On Car Horns

December 10

I recently had a conversation with a friend over Guinness and scotch. Often, at some point in the evening, friends and acquaintances ask me car-related questions. Unfortunately, the conversations seldom go the way they expected.

The initial query was to explore why car manufacturers went from (in certain vehicles) having specific horn activation areas on the steering wheels to requiring the driver to press the entire centre section of the steering wheel. My friend’s concern was that as he comes across a situation where an identified risk is increasing, he does as he was taught. This means that he covers the horn with his hand and the brake pedal with his foot, anticipating things to go wrong. My friend’s concern is that by covering the horn with his hand, should things go terribly awry, his hand is essentially covering the airbag, exponentially increasing the risk of a severe injury.

As discussed in one of my earliest posts, airbags are not soft pillows that slowly deploy to provide a soft and comfy spot for a nap. The deployment is quite violent and will most likely lead to injury – however a lesser injury than if it’d not deployed. The deceleration threshold required for an airbag to deploy is quite severe. In short, if an airbag deploys due to a collision, your car’s no longer drivable.

Here my concern had nothing to do with my friend’s arm possibly breaking due to an airbag deployment event. It had to do with his habit of covering the brake and horn when he identified a threat. As a motorcycle rider, if I depend on my horn, I’m dead. Or lose my legs.


So I asked him why he covered the horn and brake. As expected, it was so that if another driver did something that would assuredly cause a collision, he could alert him or her before it happened. I let the smoothness of the Guinness pass and sipped the scotch, letting its aroma negate all other senses for a brief moment.

When I asked him how he reacts when someone honks at him, he realized that I was pulling another fast one and that this was no longer going where he wanted it to. ┬áSo I answered for him. If the horn is heard, one pauses and assesses the situation. Who is honking? Where are they? Why are they honking? What’s happening? It’s me?! What do I need to do to alter the course of events to prevent this imminent collision?!?

By this time, if the horn was sounded due to an apparently unavoidable collision for the other vehicle, the assessment time takes too long and BANG. Time to become acquainted with an insurance adjuster. Furthermore, the vast majority of people (as my friend agreed he also did) wait until the very last possible moment before honking, letting events develop as they may until it appears that all is lost.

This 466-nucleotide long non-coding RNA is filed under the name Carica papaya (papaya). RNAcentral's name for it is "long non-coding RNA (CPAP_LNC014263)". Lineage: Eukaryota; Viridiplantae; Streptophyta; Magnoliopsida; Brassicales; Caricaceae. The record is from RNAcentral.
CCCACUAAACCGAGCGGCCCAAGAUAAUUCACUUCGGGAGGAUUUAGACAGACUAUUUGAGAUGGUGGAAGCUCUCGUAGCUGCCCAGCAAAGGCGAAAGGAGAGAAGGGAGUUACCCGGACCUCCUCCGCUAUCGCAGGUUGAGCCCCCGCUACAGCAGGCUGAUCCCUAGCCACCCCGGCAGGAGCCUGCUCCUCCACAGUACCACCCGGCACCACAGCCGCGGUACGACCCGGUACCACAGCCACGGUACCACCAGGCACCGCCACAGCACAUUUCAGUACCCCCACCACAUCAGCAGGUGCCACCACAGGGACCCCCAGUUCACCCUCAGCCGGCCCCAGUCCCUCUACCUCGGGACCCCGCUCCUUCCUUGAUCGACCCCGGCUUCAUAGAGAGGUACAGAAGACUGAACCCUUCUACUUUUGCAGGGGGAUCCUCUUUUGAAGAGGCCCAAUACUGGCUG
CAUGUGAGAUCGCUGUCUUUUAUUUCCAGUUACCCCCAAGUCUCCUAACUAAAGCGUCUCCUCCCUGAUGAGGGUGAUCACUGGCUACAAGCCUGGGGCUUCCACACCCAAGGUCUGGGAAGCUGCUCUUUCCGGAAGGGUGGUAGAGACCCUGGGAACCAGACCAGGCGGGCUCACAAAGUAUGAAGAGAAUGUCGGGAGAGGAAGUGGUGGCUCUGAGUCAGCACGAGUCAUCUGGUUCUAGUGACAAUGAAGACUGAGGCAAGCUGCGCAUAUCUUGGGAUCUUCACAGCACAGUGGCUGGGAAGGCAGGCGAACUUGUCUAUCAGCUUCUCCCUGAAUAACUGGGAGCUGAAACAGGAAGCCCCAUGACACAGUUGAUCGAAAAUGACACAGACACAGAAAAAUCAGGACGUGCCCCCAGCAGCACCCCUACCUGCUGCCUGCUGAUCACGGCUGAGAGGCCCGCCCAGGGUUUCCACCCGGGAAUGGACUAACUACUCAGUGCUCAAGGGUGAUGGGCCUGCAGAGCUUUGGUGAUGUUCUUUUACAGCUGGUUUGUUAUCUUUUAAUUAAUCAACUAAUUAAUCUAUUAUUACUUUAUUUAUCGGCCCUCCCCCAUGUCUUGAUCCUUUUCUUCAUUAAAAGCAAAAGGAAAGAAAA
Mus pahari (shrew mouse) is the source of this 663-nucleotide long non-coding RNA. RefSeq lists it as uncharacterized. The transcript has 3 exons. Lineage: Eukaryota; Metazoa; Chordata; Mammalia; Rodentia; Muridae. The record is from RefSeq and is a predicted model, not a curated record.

The horn is intended as a communication device. The problem here is that to communicate, one has to successfully convey a message. In the case of a horn, this requires the assessment of the other party so that both people come to the same conclusion. So sounding the horn as you pull up to a friend’s house communicates that you are arrived. Sounding it when another driver knowingly cuts you off communicates that you consider them an absolute fuckbudgie. Or possibly douche nozzle. However, communication is too slow when an impending collision is in the works.

When riding a motocyclette, one has to be aware of the location of all adjacent vehicles. At all times. At least, a check at short intervals, such as 10-15 seconds, I’d say. If, as a rider, someone does something and catches me by surprise – I was not aware. It’s my responsibility to take care of me. Other drivers are too likely to be distracted for me to trust them. They’re fatigued, checking an SMS, distracted by the choices they have for dinner, still fuming at what their boss said before they left work, wondering if others in that meeting earlier could smell their underwear, checking to see if that coffee got on their white shirt, ad infinitum.

If I have to use my horn, I’m essentially acting as a helpless agent in an unfolding situation and am appealing to everyone around me to help resolve it on my behalf. Good luck.

I tend to reserve my horn for three things.

Hello! (Meeeep!)

See you! (Meep meep!)

You. Fucking. Cunt. I’d like to see you try that without hiding behind your car’s cage. (MEEP MEEEEEP MEEP MEEP MEEEEEEEEEEEP!)


Posted by on December 10, 2011 in Cars, General, Photography

1 Comment

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One response to “On Car Horns

  1. Blue Flame

    December 14, 2011 at 10:27

    The other day I was strategically driving in people’s blind spots. THREE times they almost drove into me in the process of a lane change where I was invisible to them. My honking saved me!

    The horn let them know that whatever it was that they were doing was BAD! And they immediately corrected for it without having to look around, assess the situation, waste time, get distracted, etc etc.

    I think perhaps other people’s honking methodology is deficient… but I think that when used appropriately the horn is an invaluable tool! The key is to use it proactively and not re-actively.

    Of course, none of this applies if you are on a motor-cycle. Then you’re on your own, as you say.

    Also, is it standard protocol to drink scotch and Guinness simultaneously? I’d’ve thought there’d be some rule against that?


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